Sirens in the Delta are a band that hail from Teeside and were formed in 2013. Following rigorous rehearsing, dedicated application and a sound refined, Sirens in the Delta decided to begin recording the tracks that would become ‘Revolutions to Follow’.
The EP is one that is heavily influenced by early 90’s releases such as Smashing Pumpkins and Foo Fighters but, there’s also a modern slice of metallic composition and mixing littered throughout. Lead vocalist, Katie delivers a stellar performance throughout the EP both through her impressive vocals and lyricism. Katie’s vocals sound similar to that of Sierra Kusterbeck of VersaEmerge fame, but it’s the backing track provided by Gav and Rich’s guitars, Si’s bass and Glen’s drums that make this band so much more than ‘just another female-fronted rock band’.
‘Dirty Words’ begins the EP and it’s a scuzzy, stoner metal-powered anthem full of riffs and rip roaring vocal lines that become imprinted into your brain within the first listen. “I don’t need you” being the main lyric that you sing in your best impressions of vocalist, Katie (mine is not very good!).
‘Paris’ is definitely the most accessible track on the album and that has been demonstrated with its plays on the BBC, Amazing Radio and many others. The pre-chorus build-up of fast-paced drumming and vocals that eventually launch into an emphatic chorus makes this song one of the most impressive on the EP.
‘Casus Belli’ is the third track and has a very Nu-Metal type introduction. It is a song that certainly shows Sirens in the Delta at their funkiest. However, its early glories are far too short lived as this song fizzles out and really fails to make an impression. It’s not a ‘bad’ track but compared to the opening two tracks, it falls short.
‘Halo’ is fails again to make the grade In terms of the first two tracks however, Katie’s exquisite vocal work which is bordering on infectious coupled with some awe-inspiring riffs and delicious hooks really ensure that this song deserves it’s place amongst ‘Paris’ and ‘Dirty Words’.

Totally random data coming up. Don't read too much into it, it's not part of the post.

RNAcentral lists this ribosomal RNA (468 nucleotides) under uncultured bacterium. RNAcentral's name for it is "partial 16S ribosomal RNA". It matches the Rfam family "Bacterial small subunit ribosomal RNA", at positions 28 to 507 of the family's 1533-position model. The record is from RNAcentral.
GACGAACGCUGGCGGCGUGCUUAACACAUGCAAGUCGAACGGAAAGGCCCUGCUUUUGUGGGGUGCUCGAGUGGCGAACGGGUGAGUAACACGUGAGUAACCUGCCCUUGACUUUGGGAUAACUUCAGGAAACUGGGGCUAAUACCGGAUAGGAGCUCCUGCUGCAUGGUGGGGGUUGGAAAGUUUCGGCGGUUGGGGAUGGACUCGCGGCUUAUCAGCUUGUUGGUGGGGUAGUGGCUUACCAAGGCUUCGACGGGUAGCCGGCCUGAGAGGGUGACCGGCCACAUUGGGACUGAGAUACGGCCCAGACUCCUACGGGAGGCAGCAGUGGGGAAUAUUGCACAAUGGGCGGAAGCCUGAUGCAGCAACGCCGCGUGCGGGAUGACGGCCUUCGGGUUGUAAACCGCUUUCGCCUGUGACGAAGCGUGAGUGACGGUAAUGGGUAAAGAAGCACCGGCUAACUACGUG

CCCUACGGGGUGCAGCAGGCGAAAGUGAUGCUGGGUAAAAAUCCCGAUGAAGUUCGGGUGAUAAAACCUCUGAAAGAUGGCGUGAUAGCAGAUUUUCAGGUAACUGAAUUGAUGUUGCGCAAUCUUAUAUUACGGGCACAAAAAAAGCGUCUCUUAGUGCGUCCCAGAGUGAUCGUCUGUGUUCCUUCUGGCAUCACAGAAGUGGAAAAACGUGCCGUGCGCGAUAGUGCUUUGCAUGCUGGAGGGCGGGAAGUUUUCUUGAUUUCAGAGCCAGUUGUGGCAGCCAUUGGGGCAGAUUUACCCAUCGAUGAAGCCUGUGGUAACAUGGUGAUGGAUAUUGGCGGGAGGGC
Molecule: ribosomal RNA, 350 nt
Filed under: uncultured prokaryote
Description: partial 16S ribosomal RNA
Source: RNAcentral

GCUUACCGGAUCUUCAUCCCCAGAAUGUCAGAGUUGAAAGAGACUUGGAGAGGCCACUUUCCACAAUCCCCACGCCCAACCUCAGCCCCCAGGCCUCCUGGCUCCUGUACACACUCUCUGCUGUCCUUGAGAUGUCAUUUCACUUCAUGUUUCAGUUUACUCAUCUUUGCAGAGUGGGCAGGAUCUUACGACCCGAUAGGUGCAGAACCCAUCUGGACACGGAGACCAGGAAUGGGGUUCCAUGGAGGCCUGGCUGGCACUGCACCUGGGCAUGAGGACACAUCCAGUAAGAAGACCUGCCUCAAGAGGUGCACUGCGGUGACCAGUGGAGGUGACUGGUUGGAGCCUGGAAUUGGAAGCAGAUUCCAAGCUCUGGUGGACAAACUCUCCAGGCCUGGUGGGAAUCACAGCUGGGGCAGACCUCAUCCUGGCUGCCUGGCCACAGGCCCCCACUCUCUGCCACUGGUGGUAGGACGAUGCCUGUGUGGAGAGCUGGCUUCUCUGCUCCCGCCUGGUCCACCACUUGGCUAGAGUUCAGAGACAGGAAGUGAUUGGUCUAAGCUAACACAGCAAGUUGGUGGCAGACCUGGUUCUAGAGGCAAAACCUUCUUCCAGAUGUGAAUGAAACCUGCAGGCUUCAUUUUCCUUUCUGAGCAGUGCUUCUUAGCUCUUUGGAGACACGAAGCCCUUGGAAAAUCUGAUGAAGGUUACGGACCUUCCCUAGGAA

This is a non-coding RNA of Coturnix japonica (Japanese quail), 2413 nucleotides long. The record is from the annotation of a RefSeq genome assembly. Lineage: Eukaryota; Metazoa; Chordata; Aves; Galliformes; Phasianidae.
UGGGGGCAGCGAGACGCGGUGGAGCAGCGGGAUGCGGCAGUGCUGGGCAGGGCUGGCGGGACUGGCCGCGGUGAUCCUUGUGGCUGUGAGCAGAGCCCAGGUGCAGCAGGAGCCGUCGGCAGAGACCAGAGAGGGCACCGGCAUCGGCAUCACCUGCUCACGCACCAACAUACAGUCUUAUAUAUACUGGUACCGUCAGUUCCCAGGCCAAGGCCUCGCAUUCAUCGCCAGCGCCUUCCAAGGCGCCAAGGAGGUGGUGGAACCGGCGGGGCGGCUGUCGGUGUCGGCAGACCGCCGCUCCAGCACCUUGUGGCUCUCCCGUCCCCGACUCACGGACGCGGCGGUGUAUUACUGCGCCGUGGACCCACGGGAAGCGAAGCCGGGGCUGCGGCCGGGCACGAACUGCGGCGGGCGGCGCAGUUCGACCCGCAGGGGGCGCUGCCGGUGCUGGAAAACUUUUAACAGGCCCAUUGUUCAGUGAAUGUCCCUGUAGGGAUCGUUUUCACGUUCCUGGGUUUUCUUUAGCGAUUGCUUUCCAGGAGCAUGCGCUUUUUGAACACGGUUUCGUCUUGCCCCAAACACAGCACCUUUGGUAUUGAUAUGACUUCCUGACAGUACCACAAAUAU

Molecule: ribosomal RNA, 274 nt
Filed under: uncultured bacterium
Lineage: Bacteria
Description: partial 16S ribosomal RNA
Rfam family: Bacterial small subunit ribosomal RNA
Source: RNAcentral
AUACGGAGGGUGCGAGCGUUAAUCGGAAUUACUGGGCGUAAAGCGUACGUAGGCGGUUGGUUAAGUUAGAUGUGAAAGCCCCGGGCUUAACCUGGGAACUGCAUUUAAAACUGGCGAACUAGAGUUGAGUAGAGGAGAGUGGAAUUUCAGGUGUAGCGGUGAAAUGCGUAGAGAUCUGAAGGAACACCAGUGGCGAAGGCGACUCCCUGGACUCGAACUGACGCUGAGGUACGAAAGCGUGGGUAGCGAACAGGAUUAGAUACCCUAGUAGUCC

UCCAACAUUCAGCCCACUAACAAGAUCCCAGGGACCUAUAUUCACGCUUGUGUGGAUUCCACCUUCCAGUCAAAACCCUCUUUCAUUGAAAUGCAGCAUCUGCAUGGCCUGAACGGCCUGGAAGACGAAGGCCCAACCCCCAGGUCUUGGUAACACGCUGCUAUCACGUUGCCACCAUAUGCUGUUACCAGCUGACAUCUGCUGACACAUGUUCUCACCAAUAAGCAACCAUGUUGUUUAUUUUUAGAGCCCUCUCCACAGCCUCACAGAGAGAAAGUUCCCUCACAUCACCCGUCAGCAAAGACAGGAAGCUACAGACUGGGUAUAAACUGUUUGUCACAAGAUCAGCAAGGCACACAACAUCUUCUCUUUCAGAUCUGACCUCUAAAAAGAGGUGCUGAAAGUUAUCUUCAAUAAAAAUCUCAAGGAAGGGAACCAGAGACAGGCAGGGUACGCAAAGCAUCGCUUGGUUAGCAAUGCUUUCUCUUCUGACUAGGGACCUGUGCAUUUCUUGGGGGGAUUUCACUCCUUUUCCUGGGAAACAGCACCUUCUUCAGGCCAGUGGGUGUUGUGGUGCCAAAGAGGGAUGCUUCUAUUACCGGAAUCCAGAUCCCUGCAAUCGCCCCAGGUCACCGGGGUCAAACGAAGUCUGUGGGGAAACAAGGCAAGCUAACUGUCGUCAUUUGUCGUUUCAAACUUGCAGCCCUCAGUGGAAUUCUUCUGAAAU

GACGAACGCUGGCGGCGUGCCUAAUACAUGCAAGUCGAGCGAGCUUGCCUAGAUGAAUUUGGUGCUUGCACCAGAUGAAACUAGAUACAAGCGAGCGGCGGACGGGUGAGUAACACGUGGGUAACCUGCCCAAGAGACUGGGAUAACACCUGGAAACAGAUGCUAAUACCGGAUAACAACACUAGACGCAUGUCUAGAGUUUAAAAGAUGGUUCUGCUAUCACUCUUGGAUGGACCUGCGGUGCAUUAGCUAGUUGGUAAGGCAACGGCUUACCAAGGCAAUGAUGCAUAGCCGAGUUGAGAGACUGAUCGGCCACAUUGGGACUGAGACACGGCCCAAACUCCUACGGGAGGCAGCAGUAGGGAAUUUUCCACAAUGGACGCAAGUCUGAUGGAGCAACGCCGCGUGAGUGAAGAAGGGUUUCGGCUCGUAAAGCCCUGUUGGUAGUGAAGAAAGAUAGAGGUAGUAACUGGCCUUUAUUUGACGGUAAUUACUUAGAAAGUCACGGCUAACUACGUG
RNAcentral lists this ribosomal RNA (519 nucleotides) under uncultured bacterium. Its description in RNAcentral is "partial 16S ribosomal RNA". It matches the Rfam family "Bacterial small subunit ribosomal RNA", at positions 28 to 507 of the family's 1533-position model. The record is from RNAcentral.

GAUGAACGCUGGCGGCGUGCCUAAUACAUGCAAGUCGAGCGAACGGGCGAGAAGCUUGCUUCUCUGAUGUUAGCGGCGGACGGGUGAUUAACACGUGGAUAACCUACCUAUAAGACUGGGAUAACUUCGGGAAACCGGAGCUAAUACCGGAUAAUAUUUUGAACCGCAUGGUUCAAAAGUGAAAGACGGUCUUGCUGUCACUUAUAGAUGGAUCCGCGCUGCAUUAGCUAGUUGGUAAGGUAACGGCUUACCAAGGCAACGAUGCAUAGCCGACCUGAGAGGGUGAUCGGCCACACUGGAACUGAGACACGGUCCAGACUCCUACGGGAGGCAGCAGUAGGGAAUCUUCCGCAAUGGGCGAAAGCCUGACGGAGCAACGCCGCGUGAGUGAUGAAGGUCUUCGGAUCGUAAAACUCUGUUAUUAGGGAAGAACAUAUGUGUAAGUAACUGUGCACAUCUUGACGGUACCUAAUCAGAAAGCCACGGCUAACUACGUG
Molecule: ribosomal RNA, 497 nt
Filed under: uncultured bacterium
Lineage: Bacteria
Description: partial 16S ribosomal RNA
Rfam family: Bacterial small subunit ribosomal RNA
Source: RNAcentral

The penultimate track is ‘The Attack’ is the slow burner of the album and I am sure the haunting guitar at the beginning translates to an amazing live performance. The lyrics are often the make or break of slow songs for rock bands and Sirens in the Delta pull it out of the bag for this track as its relatable lyrics and sing-a-long ability makes it a real pleasing track amongst the EP.
Last track ‘Weapon’ is a real ‘let’s just do this’ track that delivers a harsher, grittier identity and approach for Sirens in the Delta. Once the chorus hits and the guitar solo begins I promise you, you will be head banging along. It’s a solid finish to a solid EP and I am so glad they opted to go out on a bang more than a whimper.
‘Revolutions to Follow’ is a solid EP. It’s not something that grips me as outstanding or anything essentially new however, It has enough steel about it to make it a worthy addition to any rock or metal fans collection. Some tracks work better than others but, with all first EP’s it’s about finding out who you are and what works. With this release Sirens in the Delta will certainly add to their ever-growing fan base and be able to tour it sufficiently but, I hope they learn from this EP. They need to keep developing and redefining their sound and if anything, let that inner grittier and fierce beast out that rumbles on occasion, but not often enough on their debut release.